Energy Stocks Follow Declining Stock Market

Energy stocks of all persuasions generally followed the stock markets down throughout last week, the first week of trading after the cataclysmic events of Sept. 11.

On Friday, a few independent producer stocks turned up slightly after registering sharp drops earlier. Devon Energy, which started the week at about $43 per share, ended at $37.34, retracing from a Thursday close at $36.65. Apache Corp. dropped from about $50 on Monday, leveled off Thursday at about $42 and closed Friday at $42.31. Anadarko Petroleum also dropped from near $52, touching bottom Wednesday of about $47, and ending Friday at $47.30. Murphy Oil went from $77.50 on Monday to just above $70 on Wednesday and Thursday before springing back Friday to close at $73.05. Phillips followed the same pattern, starting at about $58 per share and rebounding slightly Friday to close at $54.17.

There was no relief for the majors, most of which, in contrast to independents, held up better the first two days of the week and fell from Wednesday on. The end result, however, was about the same. BP started the week in the high $40's, falling steadily to close at $44.25. ExxonMobil also continued to fall, starting the week at $40 and ending at $36.75. Royal Dutch/Shell went from $52.50 to $44 at the end of Friday.

One sign of the times was Consolidated Edison stock, which rose from $41 Monday to a $43 peak Wednesday when it completed the job of restoring power to lower Manhattan. Its glory was short-lived, however, as the stock closed at $41 on Friday.

Gas and electric utilities were generally down moderately throughout the week, but there were two notable exceptions. Pacific Gas & Electric, which revealed a reorganization plan, backed by creditors, to get it out of bankruptcy, gained 21% to close at $16.86.

Also making steady progress since Monday against the rising tide of declining energy stock prices was Atlanta, GA-based Southern Co. It wasn't hard to figure, as U.S. aircraft carriers steamed toward the Middle East, with fighter planes expected to follow soon. Southern has a secure fuel supply and owns no foreign facilities. Southern also has earnings per share of $1.56, a dividend of $1.34 and a yield rating of 5.22%. The company's stock gained about 8.33% over the week to close at $25.95.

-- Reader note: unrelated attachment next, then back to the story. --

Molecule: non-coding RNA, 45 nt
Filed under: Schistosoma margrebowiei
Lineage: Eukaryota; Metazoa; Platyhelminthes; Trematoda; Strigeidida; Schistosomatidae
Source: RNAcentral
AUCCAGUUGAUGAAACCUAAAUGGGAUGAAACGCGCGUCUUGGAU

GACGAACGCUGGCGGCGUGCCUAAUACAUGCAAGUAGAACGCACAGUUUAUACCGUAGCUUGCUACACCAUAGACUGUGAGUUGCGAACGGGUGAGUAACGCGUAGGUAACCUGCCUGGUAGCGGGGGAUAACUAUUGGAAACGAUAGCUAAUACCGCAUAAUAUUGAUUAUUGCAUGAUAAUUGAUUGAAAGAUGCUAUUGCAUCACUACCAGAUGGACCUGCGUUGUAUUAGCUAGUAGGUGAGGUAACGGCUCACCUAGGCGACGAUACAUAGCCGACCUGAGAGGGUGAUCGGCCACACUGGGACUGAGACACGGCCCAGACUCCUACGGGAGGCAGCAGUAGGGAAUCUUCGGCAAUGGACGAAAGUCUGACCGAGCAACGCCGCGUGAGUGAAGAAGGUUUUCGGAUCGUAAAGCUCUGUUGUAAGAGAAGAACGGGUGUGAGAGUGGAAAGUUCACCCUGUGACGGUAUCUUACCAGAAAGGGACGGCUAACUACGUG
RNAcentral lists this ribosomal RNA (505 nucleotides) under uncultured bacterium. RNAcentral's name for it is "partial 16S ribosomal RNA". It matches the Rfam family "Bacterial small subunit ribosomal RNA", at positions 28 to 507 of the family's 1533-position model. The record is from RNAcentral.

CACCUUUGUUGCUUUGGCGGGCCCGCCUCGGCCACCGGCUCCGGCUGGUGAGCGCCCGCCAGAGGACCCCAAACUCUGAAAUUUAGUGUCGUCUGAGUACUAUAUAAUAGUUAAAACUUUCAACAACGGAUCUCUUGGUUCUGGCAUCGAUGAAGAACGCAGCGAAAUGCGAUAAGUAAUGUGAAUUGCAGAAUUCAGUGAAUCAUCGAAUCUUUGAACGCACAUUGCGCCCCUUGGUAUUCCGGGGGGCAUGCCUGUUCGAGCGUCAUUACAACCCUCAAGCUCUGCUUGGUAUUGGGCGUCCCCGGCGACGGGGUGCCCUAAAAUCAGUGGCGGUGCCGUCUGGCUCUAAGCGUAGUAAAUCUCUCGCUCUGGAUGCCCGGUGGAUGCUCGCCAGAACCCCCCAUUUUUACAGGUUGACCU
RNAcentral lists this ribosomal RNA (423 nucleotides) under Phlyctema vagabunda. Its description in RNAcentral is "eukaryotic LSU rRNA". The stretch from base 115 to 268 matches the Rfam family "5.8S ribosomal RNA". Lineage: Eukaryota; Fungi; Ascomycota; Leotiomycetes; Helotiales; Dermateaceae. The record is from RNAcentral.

"What you're seeing is that with the current uncertainty, Southern is viewed as a safe haven," company spokesman Marc Rice told NGI. "We have dependable earnings and we're a completely American business. We have no overseas business." In addition, Southern's power is about 70% coal-fired and about 20% from nuclear plants. "We're not vulnerable on the fuel side. We don't like to benefit from events like these, but it appears people are seeking certainty."

Pipelines El Paso Energy and Williams both registered declines. El Paso went from near $50 on Monday to close Friday at $44.49. Williams, whose stock was close to $30 a share on Monday dropped to $26.50 Thursday and then hit the comeback trail Friday after it announced management changes and restructuring. The closing quote Friday was $27.90. Northern Border Partners with a P/E of about 15, earnings of $2.33 per share, an annual dividend of $3.05 per share and a yield of 8.34%, went from about $39 at the beginning of the week to $37.02 Friday.

Duke Energy, which had held up through much of the week in the $38 to $39 range, dropped 4.03% to $37.17 Friday on the news it would buy Westcoast Energy. Among marketers, Enron dropped precipitously from about $32 on Monday to a low of about $26 Wednesday before recovering to close Friday at $28.30. Dynegy started the week at about $38 and closed it at $33.02.

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